A report out Tuesday on America’s record-high number of exonerations in 2013 includes a disturbing story of a bar owner who spent three years in prison for a “crime” that never happened.
Joseph Awe, owner of a bar called J.J.’s Pub in Wisconsin, was finally exonerated in 2013 after a local newspaper ran a series suggesting the fire that led to his arson conviction was actually an accident.
The conviction was particularly egregious because building’s insurer, Mt. Morris Mutual Insurance Co., hired the fire experts who testified against Awe, according to the report by the National Registry of Exonerations (NRE). That insurer stood to lose $US200,000 if the fire was ruled an accident. The case is also awful because Awe, who was 42 when he was freed in March, lost a good chunk of his life.
“I just want to be with my family, and I want a bath,” Awe told the Wisconsin State Journal right after his exoneration.”I just want to be home.”
Awe was one of 87 people who were exonerated of a crime in 2013, according to the NRE report. In 22% of those cases, a crime never actually occurred.
That appears to be the case with Awe. He was named as a suspect in the September 2006 blaze the day after it happened, before investigators even determined its cause, according to the NRE report.
Mt. Morris also began probing the fire and hired experts whom the prosecution later called to the stand during Awe’s trial. (The prosecution never told the defence it was using the insurer’s experts, according to NRE.) While Awe’s expert testified the fire was electrical, those hired by the insurer said somebody punched a hole in the bar and set it on fire.
Despite being at home 35 miles away from the bar during the fire, Awe was still convicted of being a “party” to the crime of arson. (Investigators never located the person who supposedly set the fire.)
On appeal, Awe’s lawyer presented testimony from two nationally renowned fire experts (including John Lentini, a leading expert who has conducted 2,000 fires.) Lentini and the other expert, Mark Svare, testified the fire at J.J.’s originated in the electrical service panel of the building, according to the Wisconsin State Journal.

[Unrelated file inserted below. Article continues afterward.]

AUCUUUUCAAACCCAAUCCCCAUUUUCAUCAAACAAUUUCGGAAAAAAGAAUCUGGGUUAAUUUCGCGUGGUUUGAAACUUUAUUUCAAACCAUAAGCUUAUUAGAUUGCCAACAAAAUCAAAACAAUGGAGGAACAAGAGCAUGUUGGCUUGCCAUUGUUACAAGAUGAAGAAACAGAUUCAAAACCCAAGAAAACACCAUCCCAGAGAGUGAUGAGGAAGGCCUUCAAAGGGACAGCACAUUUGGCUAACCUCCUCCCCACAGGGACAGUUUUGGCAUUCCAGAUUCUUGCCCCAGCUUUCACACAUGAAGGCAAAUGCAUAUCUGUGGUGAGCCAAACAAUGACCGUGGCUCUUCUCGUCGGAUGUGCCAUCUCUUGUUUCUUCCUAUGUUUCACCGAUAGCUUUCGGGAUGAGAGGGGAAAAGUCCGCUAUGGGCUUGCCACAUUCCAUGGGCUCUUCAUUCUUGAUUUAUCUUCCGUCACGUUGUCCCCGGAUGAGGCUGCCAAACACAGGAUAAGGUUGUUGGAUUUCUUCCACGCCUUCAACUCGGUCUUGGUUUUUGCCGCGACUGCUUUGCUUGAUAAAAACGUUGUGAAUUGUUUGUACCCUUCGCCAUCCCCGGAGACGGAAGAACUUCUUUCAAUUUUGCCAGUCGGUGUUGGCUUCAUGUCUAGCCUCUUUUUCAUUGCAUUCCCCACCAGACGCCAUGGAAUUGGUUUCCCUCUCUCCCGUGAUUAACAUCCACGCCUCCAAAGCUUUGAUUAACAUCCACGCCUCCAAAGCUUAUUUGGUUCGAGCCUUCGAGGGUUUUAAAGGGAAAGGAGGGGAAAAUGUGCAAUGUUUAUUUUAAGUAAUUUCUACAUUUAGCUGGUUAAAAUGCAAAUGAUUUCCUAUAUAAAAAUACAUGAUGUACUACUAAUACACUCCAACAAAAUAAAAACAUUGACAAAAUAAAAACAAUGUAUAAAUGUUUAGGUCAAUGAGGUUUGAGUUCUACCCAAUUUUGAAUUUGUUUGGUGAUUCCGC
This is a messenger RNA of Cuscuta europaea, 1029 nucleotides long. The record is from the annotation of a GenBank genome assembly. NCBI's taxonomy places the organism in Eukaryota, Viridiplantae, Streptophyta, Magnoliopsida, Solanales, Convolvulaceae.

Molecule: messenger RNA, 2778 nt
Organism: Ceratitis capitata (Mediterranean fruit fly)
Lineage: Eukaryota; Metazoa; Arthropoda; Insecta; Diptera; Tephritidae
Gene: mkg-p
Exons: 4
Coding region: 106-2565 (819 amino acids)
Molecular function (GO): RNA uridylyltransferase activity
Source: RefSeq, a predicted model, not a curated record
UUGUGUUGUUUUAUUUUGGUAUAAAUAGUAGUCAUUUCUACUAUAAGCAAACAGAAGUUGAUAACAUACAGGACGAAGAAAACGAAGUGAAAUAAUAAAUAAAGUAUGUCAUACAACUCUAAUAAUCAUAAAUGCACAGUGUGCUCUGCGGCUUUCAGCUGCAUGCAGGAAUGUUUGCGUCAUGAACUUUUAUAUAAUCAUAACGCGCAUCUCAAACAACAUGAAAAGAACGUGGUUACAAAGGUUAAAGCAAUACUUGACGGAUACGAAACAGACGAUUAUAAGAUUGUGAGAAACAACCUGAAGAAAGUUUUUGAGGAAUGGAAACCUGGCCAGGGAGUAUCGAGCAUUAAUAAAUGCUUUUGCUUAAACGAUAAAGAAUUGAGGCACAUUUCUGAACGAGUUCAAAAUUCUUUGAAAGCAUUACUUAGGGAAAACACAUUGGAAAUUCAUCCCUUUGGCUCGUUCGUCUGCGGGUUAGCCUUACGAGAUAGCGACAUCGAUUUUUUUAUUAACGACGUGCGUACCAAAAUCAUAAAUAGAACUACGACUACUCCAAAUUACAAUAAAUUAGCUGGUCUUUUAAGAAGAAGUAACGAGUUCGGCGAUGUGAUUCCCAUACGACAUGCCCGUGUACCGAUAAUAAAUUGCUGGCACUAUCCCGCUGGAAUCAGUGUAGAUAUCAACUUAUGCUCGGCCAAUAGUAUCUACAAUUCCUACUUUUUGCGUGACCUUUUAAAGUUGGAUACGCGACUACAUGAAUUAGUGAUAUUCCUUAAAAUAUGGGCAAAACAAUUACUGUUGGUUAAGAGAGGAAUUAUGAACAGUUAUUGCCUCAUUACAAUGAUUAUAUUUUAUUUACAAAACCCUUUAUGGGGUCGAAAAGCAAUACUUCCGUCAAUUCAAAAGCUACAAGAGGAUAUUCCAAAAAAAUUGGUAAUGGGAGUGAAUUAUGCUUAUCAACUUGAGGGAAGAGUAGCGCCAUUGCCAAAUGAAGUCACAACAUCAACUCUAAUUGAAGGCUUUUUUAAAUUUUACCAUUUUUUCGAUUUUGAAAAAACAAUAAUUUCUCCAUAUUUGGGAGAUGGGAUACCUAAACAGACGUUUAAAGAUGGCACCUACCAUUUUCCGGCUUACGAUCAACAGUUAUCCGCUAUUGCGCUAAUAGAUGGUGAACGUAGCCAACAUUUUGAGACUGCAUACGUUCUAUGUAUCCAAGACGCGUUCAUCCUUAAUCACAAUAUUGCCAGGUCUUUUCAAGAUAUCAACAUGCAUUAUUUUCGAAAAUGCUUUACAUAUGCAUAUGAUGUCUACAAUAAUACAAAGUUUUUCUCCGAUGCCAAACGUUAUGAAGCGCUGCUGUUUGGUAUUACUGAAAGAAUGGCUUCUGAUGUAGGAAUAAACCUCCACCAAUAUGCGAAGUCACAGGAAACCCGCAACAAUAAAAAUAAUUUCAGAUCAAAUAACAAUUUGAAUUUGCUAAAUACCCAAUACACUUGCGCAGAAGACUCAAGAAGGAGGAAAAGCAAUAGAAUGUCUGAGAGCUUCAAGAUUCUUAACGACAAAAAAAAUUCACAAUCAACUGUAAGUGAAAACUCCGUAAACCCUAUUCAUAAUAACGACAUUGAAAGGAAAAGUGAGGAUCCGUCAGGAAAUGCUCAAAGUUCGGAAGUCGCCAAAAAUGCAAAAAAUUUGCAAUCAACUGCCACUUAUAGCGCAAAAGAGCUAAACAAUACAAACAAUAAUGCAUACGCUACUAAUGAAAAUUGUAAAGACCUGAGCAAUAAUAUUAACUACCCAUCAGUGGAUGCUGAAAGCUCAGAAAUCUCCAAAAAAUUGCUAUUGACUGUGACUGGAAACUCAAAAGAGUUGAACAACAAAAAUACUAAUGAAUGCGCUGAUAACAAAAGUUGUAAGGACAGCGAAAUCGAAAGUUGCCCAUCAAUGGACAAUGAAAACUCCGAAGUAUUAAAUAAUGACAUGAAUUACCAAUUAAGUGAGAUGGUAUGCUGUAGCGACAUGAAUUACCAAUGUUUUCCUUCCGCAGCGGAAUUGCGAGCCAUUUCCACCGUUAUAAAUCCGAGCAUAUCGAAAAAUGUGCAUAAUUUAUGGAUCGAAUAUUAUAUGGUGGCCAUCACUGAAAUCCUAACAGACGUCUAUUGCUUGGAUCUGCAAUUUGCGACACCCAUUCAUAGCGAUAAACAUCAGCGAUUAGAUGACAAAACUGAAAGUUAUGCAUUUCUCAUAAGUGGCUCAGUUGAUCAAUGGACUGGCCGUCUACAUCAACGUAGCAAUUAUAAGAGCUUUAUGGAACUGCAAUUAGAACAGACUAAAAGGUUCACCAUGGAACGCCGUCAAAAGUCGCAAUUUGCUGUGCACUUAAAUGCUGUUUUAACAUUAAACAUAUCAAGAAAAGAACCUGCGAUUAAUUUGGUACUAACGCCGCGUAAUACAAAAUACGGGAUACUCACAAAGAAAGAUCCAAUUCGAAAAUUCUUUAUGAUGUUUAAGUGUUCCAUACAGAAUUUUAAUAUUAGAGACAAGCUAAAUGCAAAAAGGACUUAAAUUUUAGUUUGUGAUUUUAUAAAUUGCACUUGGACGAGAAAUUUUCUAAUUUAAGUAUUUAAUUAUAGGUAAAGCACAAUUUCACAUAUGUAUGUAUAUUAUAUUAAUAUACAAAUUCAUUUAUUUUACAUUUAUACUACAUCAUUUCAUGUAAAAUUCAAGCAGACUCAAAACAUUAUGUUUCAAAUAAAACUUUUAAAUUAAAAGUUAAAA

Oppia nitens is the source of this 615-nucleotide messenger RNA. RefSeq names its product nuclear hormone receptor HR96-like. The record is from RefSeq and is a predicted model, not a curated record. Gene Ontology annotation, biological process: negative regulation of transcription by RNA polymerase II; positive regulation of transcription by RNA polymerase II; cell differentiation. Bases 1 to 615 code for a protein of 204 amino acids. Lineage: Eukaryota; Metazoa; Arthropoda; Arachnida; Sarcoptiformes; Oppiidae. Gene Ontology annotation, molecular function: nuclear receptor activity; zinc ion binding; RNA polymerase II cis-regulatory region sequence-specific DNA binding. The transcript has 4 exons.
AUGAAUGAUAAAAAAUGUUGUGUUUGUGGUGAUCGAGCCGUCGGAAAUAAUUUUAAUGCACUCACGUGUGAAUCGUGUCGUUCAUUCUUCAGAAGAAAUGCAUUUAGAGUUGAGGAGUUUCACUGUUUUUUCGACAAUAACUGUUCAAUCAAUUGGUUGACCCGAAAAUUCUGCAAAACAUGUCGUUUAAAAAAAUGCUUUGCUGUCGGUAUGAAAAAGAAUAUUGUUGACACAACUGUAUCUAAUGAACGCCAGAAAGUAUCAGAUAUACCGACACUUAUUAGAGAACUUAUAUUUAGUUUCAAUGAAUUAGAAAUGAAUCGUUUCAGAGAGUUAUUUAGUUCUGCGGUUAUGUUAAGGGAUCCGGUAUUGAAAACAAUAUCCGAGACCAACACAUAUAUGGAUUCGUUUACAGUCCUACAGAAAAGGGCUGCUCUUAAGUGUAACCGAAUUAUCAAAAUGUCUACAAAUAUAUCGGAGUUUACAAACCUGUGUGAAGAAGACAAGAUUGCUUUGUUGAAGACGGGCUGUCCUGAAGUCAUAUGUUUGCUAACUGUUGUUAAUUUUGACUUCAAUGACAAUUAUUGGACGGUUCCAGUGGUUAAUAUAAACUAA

We’ll never know what caused the insurer’s experts to reach a more damning conclusion, but there are obvious conflicts of interests when investigators who have been hired by an insurer then testify for the prosecution.
In the case of Awe, local investigators relied heavily on investigative work done by the insurer, the Wisconsin State Journal reported. Mt. Morris paid the electrical engineer who made the crucial call early on that the fire was not electrical, which spurred Deputy State Fire Marshal James Siehelr to say the blaze was arson.
The deputy state fire marshall told the local paper it was standard for insurers in Wisconsin to hire experts who make these kinds of crucial calls.
“We don’t have any resources to do that type of work,” Siehelr told the paper. “We’re very reliant on insurance companies providing us with that resource.”
In a deeply ironic twist, Awe was also hit with a civil suit from the insurance company, which wanted him to repay $US67,000 it spent investigating and helping to prosecute the case. As of March, the insurance company had yet to drop that civil suit, according to the State Journal.
We reached out to Mt. Morris for comment and will update this post if we hear back.
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